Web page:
“We have heard of a few firms which are looking at making some support staff redundant. I think these would in some cases be firms which overreacted to the booming market last year, and which are overreacting again by trying to reconfigure for this quieter market,” he said.

“[But] there are still plenty of good opportunities for lawyers coming into 2024, even though firms are being more cautious before hiring.”

And while keeping key staff is a “critical issue regardless of economic conditions,” many large firms have “huge back-end operating expenses” that are likely to take a hit in a potential recession, Ms Naiman predicted.

“Some firms have as many non-income-producing staff as they do income-generating ones. Despite the economic doom and gloom, law firms in Australia remain busy, however, I suspect they are consolidating resources in time for a possible economic downturn.

“Essentially, departments that cover marketing, finance and operations are where firms feel that some ‘trimming the fat’ is possible. Also, with the uptake of AI and other technological advances, together with a continuing push towards outsourcing some non-business critical functions, undoubtedly will lead to ongoing redundancies in back-end staff in the foreseeable future,” she added.

“We are aware of at least one major firm which has already made very significant cuts to its business services team in anticipation of a continued slowing down of the economy. In relation to legal roles it’s hard to tell. I think firms will continue to keep a close eye on utilisation and meeting budgets, and some consolidation is definitely a possibility.”

Mr Shah echoed a similar sentiment and also predicted that back-office legal support would be one of the first departments to “take a hit.”

“I think you will see a few redundancies in the back office. I don’t see anything changing for fee earners, but I do see support staff, not massive cuts. But if you look at the roles right now and the top tiers that we work with and who they were hiring last year compared to this year, the number of support roles has reduced significantly,” he said.

“But I would say the lawyers are safe, for now – and with the growth we are seeing with the Asian markets, I think firms are going to always have the need for lawyers.”

More likely than redundancies for lawyers, Mr Gotch added, is the possibility of the relocation from lawyers in underperforming markets to busier markets, such as insurance, cyber, and energy.

“We are not expecting a volume of legal redundancies within the top law firms. Beacon Legal continues to be very busy with far more legal job vacancies than it is possible to fill,” he explained.

“A possible trend, rather than redundancy, is a relocation of resources within law firms, if one practice area is far quieter than others and it is possible for lawyers with transferable skills to work with another team within the firm.”

Increased benefits and changing candidate expectations

Despite the declining economy, the Beacon Legal Salary and Market Report confirmed that the legal recruitment market is still candidate-short – and that, therefore, law firms would continue to hire “quality talent” with a more strategic approach to resourcing and focus on “business critical roles.”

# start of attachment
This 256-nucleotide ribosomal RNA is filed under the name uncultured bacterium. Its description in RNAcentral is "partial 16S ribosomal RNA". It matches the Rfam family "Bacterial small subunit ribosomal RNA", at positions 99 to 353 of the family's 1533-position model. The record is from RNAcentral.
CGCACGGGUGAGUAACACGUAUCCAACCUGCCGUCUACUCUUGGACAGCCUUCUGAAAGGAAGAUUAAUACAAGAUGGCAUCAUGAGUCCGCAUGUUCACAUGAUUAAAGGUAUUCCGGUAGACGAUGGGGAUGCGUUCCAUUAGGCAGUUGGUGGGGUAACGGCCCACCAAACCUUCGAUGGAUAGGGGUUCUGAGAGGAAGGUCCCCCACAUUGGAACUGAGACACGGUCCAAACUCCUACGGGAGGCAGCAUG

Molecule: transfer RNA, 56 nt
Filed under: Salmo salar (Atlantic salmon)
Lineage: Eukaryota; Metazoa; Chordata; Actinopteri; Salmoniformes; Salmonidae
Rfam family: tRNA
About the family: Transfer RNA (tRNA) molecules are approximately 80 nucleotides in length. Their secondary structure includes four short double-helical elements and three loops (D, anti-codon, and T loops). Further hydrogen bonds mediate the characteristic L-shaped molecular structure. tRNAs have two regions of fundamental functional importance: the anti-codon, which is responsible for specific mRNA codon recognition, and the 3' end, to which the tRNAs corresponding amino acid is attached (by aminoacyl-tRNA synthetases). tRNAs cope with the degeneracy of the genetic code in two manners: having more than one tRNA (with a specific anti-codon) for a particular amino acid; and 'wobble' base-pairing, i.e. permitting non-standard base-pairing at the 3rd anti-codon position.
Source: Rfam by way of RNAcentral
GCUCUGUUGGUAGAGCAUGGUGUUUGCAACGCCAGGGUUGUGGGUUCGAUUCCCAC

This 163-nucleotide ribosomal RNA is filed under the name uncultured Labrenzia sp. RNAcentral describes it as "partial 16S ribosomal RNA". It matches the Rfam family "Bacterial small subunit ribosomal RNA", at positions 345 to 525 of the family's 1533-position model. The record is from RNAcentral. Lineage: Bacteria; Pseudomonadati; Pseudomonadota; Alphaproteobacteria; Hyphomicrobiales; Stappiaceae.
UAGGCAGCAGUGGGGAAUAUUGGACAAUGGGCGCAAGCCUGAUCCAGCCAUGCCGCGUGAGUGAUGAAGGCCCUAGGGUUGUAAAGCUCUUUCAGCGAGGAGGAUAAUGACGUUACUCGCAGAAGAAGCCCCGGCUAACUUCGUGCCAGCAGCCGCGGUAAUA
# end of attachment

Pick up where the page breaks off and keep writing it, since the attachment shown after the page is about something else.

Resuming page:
According to the report, with changing market conditions, practices will become more agile in their approach to working, and 2023 may offer lawyers the chance to broaden their skills into other areas.

“We expect law firms to continue stabilising their workforce in key practice areas which have cooled, but are likely to pick back up in 2024, such as corporate and private equity. Firms will focus on continuing to build within the growth areas of law, such as energy and cyber,” Mr Gotch added.

And as firms seek to continue securing talent, the report emphasised that a combination of strong remuneration and a variety of non-financial benefits, such as parental leave and flexibility, will continue to attract and retain talent.

Despite this, Mr Paluch said that candidates still need to understand that “last year was not normal” – and adjust their expectations slightly in the tail end of 2023 and 2024.

“Salary and career expectations were getting a little out of control – and some law firms accommodated and inadvertently encouraged this. There are still very good options for lawyers in the market, but the market now exudes caution. Candidates should reconfigure their expectations accordingly.

“Also, especially on the support staff side, many are wanting flexibility with WFH and different hours. Some firms are becoming less accommodating to more than one day from home. Staff will need to decide what their real priorities are – between salary, flexibility, and culture,” he added.

“Firms should focus on retaining staff, and also on targeting staff from other firms which have previously attracted staff by promising bells, whistles, and promises that haven’t been delivered upon.”

The legal market is likely to, therefore, see an increasing number of benefits introduced – with the onus now on firms to place greater importance on nurturing talent, promoting diversity and gender equality and their working culture, outlined Mr Shah.

“Flexibility is definitely here to stay, I think. And other benefits are likely to increase with the rising cost of living – especially in Sydney and other major cities in Australia. Firms are going to have to introduce a lot more to retain their staff. And in terms of not just waiting to counter-offer staff threatening to resign, I think firms have to be a lot more proactive.

“A lot of candidates have been disappointed about their reviews this year and the increments that they got. Some of these candidates have been at the firm from the start of their career and were very loyal to their firm, but with these reviews, they’re now looking for a move,” he concluded.

“So, I think everyone’s got to up their game.”